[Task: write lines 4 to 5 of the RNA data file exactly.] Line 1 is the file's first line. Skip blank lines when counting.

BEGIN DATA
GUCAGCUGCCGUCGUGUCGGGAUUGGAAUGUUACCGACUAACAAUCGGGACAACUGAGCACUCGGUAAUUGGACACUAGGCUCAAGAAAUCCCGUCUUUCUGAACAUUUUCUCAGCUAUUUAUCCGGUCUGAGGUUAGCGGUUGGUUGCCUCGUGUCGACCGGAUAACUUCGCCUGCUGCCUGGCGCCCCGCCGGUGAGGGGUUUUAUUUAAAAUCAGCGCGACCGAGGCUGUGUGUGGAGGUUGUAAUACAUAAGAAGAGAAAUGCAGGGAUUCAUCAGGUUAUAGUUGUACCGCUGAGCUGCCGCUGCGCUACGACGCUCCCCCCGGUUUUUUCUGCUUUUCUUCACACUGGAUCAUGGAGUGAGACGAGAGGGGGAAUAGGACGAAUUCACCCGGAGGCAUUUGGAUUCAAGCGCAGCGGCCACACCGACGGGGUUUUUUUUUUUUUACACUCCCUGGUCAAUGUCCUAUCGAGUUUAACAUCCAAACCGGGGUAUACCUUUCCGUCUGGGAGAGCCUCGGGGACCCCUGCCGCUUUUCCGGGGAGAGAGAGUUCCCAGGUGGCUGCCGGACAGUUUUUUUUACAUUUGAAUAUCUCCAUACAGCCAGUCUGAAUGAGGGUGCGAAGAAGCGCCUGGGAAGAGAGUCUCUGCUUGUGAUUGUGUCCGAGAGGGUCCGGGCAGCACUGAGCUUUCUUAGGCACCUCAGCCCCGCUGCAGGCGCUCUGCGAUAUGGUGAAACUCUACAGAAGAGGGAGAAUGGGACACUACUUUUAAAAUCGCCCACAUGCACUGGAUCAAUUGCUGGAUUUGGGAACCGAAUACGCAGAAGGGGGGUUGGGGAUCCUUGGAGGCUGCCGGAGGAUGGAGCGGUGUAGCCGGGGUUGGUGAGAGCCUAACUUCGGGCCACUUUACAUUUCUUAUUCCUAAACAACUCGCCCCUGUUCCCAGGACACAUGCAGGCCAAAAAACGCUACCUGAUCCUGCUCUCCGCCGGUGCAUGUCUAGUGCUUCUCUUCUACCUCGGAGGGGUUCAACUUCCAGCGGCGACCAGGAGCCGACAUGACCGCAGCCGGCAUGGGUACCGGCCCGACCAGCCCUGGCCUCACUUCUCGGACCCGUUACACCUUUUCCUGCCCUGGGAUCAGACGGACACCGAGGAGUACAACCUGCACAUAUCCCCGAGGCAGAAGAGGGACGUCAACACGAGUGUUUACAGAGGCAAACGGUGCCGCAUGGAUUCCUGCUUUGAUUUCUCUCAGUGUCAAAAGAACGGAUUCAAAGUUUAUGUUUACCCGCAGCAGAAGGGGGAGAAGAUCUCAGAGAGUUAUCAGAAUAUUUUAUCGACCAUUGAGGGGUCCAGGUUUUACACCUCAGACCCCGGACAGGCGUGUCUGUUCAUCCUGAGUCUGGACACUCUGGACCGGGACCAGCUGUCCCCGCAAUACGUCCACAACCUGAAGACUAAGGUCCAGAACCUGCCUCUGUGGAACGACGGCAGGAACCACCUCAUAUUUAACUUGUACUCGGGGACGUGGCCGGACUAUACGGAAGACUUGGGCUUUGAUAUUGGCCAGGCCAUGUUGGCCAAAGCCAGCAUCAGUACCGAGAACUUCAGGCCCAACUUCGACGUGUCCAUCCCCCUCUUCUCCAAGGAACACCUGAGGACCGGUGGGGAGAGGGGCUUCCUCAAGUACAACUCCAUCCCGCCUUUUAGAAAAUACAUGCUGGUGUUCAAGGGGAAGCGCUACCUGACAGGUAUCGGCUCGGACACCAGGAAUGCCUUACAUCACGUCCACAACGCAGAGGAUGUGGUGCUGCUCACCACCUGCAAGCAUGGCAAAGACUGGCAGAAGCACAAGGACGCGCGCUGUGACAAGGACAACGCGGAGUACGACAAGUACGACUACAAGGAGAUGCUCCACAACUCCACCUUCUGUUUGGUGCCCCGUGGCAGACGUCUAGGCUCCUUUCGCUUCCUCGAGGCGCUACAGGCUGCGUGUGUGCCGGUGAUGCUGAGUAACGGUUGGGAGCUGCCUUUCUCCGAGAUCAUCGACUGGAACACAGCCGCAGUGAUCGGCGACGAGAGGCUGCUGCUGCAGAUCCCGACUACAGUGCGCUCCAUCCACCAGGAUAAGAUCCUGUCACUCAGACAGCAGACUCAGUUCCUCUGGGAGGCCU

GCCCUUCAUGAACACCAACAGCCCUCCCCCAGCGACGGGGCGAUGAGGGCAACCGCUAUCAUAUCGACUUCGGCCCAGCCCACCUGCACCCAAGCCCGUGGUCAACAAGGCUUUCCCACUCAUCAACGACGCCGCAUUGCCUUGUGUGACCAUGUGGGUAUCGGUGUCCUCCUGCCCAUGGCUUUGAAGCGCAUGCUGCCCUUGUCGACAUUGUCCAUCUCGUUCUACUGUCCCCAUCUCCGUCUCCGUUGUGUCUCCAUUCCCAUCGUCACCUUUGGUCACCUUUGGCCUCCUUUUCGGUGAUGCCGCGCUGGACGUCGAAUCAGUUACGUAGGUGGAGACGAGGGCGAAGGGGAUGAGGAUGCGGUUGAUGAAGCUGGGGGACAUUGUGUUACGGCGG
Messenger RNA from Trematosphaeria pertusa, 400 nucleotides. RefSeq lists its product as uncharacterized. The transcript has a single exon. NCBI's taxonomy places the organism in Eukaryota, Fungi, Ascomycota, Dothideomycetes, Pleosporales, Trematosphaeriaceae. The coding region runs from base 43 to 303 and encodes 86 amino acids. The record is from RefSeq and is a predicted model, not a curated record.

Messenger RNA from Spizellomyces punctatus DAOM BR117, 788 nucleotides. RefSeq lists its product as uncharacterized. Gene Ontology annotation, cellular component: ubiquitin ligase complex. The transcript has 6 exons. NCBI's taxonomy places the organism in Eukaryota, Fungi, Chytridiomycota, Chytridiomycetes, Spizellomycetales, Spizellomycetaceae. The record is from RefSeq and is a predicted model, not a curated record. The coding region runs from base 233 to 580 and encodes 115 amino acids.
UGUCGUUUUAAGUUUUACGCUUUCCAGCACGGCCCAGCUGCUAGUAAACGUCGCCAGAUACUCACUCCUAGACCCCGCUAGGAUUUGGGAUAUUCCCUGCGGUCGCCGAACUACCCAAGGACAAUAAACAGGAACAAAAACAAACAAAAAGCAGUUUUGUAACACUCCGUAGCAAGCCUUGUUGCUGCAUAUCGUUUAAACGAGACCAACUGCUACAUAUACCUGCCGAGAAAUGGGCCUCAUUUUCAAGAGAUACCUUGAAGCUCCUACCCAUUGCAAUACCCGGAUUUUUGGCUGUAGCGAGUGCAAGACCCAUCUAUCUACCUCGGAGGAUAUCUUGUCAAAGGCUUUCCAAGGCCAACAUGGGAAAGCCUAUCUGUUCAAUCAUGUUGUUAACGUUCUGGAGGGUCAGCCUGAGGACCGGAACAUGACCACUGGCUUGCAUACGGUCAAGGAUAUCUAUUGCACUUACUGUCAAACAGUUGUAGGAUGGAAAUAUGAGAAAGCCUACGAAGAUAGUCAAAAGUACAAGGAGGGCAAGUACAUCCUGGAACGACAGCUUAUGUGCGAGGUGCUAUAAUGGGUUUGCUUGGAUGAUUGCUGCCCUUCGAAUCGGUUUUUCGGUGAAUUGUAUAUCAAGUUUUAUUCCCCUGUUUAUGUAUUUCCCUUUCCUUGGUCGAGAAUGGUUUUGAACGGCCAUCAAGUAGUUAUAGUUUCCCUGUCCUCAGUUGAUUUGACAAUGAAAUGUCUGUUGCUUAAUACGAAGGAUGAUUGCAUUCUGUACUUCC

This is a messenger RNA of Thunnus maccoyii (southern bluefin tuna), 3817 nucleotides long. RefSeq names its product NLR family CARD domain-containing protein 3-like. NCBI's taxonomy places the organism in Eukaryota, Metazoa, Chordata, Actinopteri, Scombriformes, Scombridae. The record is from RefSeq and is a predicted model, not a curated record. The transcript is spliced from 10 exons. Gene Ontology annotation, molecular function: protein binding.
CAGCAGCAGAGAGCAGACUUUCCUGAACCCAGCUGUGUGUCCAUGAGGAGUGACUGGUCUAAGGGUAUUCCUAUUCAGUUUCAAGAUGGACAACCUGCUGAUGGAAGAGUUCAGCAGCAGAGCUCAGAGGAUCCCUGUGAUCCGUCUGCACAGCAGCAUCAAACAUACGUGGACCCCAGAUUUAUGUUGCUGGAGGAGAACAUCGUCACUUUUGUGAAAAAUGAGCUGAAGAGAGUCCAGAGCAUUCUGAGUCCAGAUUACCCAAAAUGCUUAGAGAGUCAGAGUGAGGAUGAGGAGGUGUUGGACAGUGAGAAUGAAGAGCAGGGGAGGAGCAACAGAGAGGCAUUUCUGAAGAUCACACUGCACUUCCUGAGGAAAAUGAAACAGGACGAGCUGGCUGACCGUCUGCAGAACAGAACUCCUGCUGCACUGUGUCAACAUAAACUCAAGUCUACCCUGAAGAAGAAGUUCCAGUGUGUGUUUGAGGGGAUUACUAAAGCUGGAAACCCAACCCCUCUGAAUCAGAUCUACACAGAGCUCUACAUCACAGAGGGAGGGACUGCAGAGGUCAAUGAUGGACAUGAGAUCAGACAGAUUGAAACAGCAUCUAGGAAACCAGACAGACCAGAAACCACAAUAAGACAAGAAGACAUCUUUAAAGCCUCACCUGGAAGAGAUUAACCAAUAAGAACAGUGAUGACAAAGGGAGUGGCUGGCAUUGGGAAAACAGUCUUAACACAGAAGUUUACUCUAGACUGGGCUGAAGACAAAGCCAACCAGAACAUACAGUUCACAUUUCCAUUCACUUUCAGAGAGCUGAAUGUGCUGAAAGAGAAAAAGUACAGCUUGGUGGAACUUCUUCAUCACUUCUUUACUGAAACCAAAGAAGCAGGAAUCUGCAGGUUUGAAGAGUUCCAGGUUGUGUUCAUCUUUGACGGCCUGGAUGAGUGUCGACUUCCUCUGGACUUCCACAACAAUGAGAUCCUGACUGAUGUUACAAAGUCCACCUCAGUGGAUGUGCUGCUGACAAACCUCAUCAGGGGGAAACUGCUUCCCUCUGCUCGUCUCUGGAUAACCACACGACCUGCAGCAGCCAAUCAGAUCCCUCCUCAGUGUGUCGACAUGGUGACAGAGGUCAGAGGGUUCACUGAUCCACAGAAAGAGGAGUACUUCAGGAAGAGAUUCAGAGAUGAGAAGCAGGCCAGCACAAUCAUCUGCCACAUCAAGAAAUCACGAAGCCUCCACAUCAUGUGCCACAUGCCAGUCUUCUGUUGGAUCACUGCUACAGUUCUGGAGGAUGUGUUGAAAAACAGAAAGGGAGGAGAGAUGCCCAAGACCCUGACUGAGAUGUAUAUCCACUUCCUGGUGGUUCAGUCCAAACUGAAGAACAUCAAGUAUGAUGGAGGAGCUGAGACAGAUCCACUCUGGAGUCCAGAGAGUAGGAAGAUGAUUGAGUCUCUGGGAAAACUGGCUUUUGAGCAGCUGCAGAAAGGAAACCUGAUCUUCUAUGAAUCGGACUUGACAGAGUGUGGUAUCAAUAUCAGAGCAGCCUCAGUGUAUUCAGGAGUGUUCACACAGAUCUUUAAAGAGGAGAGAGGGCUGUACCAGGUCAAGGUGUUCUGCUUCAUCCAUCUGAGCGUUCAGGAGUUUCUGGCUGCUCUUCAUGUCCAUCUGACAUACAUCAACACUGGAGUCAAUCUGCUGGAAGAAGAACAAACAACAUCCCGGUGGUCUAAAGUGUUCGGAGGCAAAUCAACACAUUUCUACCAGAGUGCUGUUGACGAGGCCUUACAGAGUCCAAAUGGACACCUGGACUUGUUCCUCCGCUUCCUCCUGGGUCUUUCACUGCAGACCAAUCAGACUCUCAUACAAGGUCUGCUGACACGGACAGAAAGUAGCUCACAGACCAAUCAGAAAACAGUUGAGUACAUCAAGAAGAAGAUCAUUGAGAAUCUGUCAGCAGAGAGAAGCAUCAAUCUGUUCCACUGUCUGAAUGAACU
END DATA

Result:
Messenger RNA from Spizellomyces punctatus DAOM BR117, 788 nucleotides. RefSeq lists its product as uncharacterized. Gene Ontology annotation, cellular component: ubiquitin ligase complex. The transcript has 6 exons. NCBI's taxonomy places the organism in Eukaryota, Fungi, Chytridiomycota, Chytridiomycetes, Spizellomycetales, Spizellomycetaceae. The record is from RefSeq and is a predicted model, not a curated record. The coding region runs from base 233 to 580 and encodes 115 amino acids.
UGUCGUUUUAAGUUUUACGCUUUCCAGCACGGCCCAGCUGCUAGUAAACGUCGCCAGAUACUCACUCCUAGACCCCGCUAGGAUUUGGGAUAUUCCCUGCGGUCGCCGAACUACCCAAGGACAAUAAACAGGAACAAAAACAAACAAAAAGCAGUUUUGUAACACUCCGUAGCAAGCCUUGUUGCUGCAUAUCGUUUAAACGAGACCAACUGCUACAUAUACCUGCCGAGAAAUGGGCCUCAUUUUCAAGAGAUACCUUGAAGCUCCUACCCAUUGCAAUACCCGGAUUUUUGGCUGUAGCGAGUGCAAGACCCAUCUAUCUACCUCGGAGGAUAUCUUGUCAAAGGCUUUCCAAGGCCAACAUGGGAAAGCCUAUCUGUUCAAUCAUGUUGUUAACGUUCUGGAGGGUCAGCCUGAGGACCGGAACAUGACCACUGGCUUGCAUACGGUCAAGGAUAUCUAUUGCACUUACUGUCAAACAGUUGUAGGAUGGAAAUAUGAGAAAGCCUACGAAGAUAGUCAAAAGUACAAGGAGGGCAAGUACAUCCUGGAACGACAGCUUAUGUGCGAGGUGCUAUAAUGGGUUUGCUUGGAUGAUUGCUGCCCUUCGAAUCGGUUUUUCGGUGAAUUGUAUAUCAAGUUUUAUUCCCCUGUUUAUGUAUUUCCCUUUCCUUGGUCGAGAAUGGUUUUGAACGGCCAUCAAGUAGUUAUAGUUUCCCUGUCCUCAGUUGAUUUGACAAUGAAAUGUCUGUUGCUUAAUACGAAGGAUGAUUGCAUUCUGUACUUCC